The White Court (1910–21)


In what decision did the White Court strike down a federal child labor law?

The White Court struck down a 1916 federal child labor law 5–4 in Hammer v. Dagenhart (1918). Roland Dagenhart’s two minor sons, Reuben and John, worked with their father at a cotton mill in North Carolina. The state of North Carolina had a child labor law prohibiting children under twelve from working, but the new federal law prohibited children up to sixteen from working. Dagenhart’s two children were between the ages of twelve and sixteen, so their employ complied with state law but violated federal law.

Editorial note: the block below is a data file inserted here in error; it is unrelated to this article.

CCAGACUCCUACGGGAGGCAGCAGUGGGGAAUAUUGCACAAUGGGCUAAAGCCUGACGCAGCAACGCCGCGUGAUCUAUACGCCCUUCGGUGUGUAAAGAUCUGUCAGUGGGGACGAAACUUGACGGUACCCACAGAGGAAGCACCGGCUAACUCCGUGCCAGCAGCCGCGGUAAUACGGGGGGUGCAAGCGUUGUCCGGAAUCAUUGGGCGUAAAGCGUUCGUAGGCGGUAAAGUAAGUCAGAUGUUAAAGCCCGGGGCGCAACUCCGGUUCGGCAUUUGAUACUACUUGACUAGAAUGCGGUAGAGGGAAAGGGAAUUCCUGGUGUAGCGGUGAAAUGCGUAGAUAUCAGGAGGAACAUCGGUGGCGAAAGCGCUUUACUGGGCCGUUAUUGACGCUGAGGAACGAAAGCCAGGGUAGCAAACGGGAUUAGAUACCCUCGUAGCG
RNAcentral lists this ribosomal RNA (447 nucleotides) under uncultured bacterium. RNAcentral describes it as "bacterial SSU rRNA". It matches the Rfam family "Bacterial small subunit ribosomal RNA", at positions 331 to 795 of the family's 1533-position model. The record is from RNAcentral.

A bare majority of the Court reasoned that the federal law exceeded Congress’s commerce powers and invaded the rights of the state under the Tenth Amendment. “Thus, the act in a two-fold sense is repugnant to the Constitution,” wrote Justice William Rufus Day. “It not only transcends the authority delegated to Congress over commerce but also exerts a power as to purely local matter to which the federal authority does not extend.”

Four justices dissented in an opinion written by Justice Oliver Wendell Holmes, who criticized the majority for its narrow conception of Congress’s powers under the Commerce Clause and for “intrud[ing] its judgment upon questions of policy or morals.”


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